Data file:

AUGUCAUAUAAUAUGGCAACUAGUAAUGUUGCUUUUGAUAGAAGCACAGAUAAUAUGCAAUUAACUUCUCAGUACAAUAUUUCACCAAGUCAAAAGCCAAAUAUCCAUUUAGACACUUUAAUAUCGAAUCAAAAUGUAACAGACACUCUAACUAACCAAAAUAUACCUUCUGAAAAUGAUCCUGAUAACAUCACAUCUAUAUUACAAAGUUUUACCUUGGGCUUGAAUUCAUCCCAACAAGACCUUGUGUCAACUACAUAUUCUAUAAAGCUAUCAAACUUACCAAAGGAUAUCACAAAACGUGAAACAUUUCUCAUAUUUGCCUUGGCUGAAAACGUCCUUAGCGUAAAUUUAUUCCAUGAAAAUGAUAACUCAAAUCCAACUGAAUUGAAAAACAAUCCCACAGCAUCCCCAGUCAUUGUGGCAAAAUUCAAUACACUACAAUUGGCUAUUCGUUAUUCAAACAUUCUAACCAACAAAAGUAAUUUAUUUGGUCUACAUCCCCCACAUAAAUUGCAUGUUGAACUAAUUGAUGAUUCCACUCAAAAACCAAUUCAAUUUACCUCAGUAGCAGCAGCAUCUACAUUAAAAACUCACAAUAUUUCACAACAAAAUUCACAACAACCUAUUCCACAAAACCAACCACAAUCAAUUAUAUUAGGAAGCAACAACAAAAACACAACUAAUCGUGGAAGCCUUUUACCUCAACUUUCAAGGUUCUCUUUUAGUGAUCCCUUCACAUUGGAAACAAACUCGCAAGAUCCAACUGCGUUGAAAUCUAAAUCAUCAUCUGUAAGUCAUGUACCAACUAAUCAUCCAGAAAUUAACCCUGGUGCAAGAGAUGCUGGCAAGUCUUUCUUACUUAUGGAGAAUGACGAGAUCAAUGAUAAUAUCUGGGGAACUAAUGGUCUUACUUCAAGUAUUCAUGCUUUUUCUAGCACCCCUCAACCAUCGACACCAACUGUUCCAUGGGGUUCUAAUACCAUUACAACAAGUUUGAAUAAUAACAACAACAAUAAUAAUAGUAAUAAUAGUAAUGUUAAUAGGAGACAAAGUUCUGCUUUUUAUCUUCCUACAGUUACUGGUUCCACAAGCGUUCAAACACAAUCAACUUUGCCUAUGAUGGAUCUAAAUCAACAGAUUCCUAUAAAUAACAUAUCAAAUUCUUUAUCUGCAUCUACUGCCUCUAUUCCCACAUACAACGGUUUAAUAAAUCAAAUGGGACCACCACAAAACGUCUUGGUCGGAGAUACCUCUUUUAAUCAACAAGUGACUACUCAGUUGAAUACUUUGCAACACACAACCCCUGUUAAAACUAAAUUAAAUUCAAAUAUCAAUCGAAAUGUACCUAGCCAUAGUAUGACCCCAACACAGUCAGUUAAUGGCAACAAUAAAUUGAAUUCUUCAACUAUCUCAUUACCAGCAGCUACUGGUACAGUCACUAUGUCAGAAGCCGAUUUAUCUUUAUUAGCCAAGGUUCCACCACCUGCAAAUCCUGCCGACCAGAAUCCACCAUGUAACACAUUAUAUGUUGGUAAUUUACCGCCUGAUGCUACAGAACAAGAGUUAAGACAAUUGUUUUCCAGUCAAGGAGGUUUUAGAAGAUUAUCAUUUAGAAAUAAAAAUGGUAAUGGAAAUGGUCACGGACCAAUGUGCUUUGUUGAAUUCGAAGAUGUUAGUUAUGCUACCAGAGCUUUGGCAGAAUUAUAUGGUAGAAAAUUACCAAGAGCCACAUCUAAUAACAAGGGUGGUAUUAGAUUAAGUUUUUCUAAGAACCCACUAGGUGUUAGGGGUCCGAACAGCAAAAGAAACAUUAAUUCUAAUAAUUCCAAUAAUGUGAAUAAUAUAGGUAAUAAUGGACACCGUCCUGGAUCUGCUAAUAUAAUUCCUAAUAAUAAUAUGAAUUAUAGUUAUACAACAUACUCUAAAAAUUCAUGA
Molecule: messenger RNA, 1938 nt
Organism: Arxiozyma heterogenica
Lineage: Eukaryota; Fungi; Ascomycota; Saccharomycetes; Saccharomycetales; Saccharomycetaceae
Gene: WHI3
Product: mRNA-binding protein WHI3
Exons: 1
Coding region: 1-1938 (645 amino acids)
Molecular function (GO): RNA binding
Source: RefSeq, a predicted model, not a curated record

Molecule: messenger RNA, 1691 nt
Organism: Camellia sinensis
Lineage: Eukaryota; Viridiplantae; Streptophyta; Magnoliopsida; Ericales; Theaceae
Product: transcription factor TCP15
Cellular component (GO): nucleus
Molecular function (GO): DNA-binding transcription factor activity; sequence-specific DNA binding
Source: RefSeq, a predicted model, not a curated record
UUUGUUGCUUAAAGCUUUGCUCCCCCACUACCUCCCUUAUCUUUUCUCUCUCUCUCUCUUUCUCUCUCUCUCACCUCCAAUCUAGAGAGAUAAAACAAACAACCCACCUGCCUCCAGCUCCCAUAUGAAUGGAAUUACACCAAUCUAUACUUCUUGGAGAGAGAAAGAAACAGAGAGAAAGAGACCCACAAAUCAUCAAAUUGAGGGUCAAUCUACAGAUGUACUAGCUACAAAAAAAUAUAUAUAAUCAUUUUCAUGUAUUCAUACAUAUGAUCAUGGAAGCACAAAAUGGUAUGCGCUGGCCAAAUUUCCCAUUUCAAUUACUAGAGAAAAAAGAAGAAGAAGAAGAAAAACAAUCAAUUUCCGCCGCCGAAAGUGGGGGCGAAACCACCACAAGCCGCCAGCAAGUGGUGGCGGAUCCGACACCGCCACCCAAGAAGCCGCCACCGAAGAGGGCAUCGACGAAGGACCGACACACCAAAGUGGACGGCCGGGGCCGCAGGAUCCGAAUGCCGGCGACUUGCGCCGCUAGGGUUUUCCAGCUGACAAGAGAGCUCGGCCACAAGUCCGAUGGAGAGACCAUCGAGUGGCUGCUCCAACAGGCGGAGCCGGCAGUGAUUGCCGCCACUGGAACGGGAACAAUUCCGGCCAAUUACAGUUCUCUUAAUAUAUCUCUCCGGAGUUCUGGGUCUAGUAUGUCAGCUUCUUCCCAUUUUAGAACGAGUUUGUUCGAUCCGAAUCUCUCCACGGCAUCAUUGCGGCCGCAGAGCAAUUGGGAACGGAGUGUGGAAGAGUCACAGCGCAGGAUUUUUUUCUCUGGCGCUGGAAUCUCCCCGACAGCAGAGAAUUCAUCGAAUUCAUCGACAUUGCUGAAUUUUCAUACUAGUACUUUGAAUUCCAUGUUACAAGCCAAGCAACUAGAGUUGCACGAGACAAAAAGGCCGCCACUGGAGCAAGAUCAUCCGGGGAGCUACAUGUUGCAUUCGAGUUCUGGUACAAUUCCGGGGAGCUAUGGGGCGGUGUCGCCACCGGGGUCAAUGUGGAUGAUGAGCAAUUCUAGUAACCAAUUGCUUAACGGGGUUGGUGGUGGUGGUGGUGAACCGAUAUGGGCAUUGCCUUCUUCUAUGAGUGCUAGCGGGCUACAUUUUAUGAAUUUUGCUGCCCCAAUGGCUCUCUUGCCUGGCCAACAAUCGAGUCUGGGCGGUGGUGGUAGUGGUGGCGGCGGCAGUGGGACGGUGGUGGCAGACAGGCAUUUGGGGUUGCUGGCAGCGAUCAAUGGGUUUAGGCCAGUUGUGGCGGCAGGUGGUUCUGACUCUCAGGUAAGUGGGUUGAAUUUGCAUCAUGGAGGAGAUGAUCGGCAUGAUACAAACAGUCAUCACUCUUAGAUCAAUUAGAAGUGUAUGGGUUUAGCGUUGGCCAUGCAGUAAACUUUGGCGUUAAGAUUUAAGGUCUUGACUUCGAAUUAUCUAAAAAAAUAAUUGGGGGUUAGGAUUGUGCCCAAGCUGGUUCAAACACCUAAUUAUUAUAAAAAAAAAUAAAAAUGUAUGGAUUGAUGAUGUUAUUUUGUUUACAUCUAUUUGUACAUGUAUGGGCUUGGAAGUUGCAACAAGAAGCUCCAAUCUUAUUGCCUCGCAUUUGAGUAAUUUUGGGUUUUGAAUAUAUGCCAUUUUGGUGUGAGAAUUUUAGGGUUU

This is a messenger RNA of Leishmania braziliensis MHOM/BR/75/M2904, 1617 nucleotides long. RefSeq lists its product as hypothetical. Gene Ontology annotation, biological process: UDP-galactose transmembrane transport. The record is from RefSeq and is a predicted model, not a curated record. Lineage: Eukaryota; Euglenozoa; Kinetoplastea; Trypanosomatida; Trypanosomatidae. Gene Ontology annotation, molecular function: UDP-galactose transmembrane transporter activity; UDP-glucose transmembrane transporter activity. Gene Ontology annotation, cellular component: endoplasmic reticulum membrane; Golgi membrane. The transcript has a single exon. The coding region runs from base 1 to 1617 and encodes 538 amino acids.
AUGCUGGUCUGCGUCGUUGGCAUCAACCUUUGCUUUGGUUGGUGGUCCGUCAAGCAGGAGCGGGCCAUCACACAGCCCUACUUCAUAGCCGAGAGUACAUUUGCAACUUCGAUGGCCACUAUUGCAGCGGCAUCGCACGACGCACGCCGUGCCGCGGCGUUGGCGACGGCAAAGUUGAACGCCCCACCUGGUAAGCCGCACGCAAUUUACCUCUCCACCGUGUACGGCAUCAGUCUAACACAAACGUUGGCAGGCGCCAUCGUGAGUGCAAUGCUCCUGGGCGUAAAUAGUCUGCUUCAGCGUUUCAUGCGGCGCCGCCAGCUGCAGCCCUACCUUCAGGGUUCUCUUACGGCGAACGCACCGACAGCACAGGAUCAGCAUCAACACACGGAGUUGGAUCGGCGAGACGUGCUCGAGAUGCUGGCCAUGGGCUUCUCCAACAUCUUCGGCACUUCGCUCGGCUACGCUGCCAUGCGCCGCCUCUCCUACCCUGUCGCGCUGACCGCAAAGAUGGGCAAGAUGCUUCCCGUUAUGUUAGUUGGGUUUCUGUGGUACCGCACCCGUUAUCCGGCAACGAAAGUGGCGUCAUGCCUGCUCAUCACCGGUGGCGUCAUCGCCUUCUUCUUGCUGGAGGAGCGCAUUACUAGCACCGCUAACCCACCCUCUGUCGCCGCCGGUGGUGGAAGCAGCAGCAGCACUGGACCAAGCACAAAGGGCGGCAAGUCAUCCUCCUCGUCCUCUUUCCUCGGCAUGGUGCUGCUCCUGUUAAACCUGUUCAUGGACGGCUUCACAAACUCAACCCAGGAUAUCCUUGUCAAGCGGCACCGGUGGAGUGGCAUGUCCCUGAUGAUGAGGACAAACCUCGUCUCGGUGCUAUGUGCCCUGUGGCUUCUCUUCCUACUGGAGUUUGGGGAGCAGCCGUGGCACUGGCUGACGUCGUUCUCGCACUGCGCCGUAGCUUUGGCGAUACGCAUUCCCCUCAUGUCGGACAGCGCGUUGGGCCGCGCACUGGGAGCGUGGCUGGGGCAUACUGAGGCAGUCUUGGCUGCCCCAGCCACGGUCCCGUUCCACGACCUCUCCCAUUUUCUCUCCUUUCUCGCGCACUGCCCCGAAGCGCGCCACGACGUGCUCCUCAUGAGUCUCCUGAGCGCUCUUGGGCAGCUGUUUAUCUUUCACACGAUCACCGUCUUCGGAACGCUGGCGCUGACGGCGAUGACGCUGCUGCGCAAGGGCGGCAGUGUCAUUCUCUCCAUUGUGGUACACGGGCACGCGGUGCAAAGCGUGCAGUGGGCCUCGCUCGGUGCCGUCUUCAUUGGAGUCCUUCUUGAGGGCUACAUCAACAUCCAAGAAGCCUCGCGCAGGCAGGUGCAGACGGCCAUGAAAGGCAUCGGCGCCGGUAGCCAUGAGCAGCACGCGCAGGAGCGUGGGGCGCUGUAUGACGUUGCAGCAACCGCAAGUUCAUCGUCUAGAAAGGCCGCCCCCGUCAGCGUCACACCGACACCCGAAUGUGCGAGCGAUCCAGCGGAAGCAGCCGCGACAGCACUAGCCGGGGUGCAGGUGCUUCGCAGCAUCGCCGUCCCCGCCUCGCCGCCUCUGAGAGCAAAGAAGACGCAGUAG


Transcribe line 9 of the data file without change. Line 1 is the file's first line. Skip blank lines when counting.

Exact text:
Molecular function (GO): RNA binding